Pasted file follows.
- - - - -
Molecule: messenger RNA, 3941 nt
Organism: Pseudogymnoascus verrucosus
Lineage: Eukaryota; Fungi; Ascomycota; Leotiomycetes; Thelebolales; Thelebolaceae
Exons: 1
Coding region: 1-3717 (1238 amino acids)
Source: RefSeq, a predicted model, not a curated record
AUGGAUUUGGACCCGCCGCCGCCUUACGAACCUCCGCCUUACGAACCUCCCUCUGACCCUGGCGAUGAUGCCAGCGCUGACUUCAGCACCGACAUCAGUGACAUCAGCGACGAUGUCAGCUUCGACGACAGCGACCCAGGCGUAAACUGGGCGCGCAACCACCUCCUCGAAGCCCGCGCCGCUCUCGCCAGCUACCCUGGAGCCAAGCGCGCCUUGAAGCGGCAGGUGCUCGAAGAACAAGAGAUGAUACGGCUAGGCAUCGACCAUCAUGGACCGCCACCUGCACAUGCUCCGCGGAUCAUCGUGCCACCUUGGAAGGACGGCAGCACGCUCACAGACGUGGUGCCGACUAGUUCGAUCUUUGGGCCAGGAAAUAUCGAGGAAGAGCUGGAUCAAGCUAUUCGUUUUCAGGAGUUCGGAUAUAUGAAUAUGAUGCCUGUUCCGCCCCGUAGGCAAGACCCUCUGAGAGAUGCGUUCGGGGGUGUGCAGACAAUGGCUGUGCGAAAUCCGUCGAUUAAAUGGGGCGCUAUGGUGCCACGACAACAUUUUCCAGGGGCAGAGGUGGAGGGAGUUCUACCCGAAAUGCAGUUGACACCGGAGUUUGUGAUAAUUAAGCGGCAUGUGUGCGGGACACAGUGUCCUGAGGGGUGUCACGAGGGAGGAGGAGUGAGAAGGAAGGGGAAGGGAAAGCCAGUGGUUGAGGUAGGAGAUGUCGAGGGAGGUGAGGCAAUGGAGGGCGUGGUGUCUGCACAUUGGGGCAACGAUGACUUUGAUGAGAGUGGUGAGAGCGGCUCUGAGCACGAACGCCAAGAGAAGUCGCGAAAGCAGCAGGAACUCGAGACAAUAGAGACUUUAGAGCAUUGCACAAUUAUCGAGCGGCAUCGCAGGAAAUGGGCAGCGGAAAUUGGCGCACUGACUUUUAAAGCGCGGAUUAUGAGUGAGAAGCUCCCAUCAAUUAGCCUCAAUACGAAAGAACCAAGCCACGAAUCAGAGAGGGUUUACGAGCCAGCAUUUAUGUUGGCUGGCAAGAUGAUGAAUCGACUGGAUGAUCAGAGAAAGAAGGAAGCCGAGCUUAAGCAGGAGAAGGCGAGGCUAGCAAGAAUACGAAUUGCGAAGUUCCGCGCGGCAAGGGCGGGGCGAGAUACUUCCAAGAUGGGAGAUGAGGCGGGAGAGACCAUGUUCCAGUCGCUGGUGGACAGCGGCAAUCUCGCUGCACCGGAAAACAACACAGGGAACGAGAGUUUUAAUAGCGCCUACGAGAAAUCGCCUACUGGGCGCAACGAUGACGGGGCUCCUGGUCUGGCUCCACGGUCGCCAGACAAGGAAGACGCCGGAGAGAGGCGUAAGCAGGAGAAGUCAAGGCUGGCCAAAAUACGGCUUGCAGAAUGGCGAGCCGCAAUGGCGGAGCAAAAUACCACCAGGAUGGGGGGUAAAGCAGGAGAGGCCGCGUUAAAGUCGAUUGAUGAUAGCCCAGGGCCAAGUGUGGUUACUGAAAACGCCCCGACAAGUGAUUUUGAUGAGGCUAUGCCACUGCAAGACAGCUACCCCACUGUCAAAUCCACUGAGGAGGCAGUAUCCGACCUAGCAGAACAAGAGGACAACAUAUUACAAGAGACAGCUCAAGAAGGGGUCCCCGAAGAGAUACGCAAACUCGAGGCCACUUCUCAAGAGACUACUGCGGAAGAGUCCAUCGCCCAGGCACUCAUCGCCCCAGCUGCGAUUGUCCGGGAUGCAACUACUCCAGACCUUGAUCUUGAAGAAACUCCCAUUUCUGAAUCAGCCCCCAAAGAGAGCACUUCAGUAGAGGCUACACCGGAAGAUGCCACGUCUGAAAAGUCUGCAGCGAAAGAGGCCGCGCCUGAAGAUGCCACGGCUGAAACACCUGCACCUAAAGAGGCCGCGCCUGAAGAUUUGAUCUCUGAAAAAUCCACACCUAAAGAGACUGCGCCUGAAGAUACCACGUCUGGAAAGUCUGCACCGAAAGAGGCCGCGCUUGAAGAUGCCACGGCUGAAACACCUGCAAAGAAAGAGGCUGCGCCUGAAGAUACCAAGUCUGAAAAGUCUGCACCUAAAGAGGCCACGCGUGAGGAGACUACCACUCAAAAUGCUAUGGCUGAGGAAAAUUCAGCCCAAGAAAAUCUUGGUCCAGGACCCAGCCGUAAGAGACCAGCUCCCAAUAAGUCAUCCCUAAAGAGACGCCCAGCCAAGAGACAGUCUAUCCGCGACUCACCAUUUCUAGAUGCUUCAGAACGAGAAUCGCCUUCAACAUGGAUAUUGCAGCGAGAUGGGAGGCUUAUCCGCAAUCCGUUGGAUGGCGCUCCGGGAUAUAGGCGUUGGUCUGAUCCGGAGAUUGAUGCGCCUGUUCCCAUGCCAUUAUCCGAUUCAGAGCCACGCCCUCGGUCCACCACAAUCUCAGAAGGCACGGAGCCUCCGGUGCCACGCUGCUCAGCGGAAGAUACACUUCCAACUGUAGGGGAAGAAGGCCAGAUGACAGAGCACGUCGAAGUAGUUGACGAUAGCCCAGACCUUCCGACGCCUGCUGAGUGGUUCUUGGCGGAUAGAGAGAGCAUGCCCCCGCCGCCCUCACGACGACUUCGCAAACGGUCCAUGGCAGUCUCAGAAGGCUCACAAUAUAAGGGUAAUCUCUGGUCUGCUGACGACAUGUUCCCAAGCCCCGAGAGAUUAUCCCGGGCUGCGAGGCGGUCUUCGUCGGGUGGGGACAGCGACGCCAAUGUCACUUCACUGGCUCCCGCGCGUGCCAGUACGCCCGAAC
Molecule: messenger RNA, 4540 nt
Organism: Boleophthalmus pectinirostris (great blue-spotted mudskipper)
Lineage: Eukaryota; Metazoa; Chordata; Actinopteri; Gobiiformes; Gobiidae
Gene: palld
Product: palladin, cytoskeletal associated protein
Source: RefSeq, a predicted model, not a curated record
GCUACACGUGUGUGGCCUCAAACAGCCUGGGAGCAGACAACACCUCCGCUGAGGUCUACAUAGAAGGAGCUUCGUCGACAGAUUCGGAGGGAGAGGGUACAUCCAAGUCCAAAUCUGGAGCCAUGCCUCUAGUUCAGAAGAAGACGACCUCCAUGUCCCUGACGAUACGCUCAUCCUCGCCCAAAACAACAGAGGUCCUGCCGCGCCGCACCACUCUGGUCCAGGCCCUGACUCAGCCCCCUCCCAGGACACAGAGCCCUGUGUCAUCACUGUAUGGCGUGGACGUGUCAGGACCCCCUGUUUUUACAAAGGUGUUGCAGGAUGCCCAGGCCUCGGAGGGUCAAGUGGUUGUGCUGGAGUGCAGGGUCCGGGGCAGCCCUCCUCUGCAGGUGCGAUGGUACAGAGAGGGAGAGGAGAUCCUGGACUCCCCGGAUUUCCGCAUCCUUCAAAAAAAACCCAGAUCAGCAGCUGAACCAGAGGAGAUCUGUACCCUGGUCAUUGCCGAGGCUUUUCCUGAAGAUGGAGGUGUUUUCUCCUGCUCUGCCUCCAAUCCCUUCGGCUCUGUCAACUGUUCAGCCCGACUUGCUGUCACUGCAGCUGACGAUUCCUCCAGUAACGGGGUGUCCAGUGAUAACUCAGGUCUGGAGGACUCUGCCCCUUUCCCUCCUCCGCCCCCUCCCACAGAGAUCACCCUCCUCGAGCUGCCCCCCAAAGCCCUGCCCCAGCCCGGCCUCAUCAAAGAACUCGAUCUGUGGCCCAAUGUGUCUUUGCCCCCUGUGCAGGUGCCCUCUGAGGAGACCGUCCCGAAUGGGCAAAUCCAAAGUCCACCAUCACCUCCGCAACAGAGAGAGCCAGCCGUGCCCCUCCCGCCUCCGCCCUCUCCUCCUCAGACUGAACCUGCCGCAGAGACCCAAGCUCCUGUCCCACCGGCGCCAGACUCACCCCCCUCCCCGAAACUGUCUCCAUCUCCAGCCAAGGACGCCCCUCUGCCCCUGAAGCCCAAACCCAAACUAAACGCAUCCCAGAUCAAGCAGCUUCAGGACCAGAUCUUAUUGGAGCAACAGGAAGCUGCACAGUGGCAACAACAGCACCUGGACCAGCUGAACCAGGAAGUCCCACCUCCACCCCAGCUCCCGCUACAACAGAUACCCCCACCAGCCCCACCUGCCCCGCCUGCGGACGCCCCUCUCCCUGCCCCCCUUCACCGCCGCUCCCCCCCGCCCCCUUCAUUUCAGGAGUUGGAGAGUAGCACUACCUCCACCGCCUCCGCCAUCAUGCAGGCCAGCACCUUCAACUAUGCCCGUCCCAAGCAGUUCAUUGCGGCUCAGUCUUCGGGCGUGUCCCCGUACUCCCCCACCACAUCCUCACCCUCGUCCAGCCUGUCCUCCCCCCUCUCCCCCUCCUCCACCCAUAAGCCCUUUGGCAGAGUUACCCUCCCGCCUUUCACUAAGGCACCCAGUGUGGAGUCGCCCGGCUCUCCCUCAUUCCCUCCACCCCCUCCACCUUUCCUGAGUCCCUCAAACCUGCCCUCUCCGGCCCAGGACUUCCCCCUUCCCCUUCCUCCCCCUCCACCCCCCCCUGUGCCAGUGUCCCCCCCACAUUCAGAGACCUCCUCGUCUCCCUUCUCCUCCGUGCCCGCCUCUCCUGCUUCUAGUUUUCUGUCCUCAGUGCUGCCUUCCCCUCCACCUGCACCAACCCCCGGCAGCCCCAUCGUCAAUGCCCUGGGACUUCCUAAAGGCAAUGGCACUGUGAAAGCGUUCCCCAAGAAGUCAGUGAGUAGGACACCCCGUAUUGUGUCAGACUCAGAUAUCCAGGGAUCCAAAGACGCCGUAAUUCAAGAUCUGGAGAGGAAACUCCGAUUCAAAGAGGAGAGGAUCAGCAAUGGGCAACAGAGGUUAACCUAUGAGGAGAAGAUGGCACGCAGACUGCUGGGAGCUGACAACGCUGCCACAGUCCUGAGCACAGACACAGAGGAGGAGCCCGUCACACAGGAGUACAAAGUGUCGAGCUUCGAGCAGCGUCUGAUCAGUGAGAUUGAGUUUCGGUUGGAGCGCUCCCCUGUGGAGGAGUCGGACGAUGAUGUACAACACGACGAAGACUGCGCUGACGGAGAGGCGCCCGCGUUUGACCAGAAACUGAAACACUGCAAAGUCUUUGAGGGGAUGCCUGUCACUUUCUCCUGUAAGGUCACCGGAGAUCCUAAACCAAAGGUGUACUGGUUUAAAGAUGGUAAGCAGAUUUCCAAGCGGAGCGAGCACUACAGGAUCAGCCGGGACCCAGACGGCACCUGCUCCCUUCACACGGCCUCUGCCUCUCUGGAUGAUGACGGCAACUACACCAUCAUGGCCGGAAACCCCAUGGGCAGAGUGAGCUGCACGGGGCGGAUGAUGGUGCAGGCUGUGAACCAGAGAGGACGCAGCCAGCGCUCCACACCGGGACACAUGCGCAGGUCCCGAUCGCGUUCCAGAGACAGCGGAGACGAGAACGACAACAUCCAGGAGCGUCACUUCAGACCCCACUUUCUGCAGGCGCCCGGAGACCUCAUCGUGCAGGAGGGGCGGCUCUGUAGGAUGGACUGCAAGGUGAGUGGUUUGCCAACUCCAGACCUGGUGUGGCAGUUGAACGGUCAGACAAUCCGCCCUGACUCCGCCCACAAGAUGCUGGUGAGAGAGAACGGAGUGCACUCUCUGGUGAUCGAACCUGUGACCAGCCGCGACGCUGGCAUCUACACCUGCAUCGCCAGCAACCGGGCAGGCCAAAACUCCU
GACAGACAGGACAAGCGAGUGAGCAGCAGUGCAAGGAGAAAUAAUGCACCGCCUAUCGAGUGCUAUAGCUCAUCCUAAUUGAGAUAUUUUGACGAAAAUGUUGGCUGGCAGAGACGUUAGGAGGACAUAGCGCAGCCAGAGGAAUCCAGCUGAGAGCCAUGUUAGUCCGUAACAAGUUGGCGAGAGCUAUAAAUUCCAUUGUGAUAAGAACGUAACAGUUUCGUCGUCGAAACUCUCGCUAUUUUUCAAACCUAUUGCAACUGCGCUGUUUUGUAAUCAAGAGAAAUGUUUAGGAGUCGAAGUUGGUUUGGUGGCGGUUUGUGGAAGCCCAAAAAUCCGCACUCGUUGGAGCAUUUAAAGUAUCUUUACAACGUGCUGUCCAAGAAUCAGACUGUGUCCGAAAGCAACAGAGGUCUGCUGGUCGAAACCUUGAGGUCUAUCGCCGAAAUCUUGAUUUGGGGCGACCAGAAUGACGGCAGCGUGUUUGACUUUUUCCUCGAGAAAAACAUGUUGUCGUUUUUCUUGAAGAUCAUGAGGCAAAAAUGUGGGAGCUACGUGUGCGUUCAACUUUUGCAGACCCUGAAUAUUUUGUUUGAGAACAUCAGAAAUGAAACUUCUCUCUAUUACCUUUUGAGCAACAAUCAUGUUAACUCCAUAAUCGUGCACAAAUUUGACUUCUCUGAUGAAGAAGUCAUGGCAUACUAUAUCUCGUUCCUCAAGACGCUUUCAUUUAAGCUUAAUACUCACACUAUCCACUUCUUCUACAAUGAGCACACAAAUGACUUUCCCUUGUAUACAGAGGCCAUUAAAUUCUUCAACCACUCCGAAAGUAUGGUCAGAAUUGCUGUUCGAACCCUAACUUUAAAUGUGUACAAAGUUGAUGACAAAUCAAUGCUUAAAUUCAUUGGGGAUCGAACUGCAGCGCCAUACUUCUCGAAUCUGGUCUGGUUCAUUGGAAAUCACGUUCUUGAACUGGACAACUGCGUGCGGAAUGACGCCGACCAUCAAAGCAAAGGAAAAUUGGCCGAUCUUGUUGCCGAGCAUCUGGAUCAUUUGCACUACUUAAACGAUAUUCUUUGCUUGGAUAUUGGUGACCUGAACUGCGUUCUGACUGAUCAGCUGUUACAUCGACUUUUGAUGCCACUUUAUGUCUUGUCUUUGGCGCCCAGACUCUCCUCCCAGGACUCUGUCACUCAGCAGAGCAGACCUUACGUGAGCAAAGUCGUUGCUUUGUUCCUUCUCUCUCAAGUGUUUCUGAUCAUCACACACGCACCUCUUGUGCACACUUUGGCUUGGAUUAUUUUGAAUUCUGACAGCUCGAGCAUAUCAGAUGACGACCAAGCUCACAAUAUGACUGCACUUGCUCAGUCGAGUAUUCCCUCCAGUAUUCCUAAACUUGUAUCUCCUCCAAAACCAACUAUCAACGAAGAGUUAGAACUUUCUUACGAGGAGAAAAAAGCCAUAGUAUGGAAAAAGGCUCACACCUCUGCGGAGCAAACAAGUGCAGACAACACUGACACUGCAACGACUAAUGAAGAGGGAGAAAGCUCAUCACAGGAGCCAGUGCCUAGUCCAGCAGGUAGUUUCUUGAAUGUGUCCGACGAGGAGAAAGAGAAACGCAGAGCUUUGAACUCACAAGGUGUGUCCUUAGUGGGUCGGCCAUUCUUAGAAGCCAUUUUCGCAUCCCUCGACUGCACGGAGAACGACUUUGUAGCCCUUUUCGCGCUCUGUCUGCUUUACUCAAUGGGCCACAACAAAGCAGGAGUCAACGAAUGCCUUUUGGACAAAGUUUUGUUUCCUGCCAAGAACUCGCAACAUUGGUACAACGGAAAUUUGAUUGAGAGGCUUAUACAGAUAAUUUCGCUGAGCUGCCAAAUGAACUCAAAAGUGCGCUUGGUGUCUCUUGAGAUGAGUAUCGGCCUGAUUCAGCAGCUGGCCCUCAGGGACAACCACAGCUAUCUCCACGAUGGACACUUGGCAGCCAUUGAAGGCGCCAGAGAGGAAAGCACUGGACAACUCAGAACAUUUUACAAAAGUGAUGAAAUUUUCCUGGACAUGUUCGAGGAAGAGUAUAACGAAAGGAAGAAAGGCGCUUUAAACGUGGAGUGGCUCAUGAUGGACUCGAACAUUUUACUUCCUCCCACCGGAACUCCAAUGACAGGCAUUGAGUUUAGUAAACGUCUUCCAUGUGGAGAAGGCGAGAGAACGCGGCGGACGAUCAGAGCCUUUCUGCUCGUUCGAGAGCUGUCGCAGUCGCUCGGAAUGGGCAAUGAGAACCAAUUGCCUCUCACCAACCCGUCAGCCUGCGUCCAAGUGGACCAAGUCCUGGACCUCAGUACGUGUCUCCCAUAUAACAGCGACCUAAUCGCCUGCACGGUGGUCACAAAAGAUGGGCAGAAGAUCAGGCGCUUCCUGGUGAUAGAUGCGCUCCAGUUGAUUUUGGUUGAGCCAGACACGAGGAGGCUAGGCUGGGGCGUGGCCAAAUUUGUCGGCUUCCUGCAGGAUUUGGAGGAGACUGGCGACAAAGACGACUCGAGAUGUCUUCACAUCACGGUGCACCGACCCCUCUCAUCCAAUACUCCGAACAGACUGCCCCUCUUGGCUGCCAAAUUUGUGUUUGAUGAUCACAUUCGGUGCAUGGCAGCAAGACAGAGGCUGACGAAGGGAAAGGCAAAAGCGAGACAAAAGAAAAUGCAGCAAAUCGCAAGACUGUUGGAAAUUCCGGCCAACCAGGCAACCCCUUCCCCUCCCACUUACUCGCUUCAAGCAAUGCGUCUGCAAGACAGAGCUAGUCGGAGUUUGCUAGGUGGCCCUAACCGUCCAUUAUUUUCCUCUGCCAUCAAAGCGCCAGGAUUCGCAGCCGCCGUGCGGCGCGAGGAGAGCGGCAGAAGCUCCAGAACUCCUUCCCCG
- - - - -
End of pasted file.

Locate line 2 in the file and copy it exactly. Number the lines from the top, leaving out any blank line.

Organism: Pseudogymnoascus verrucosus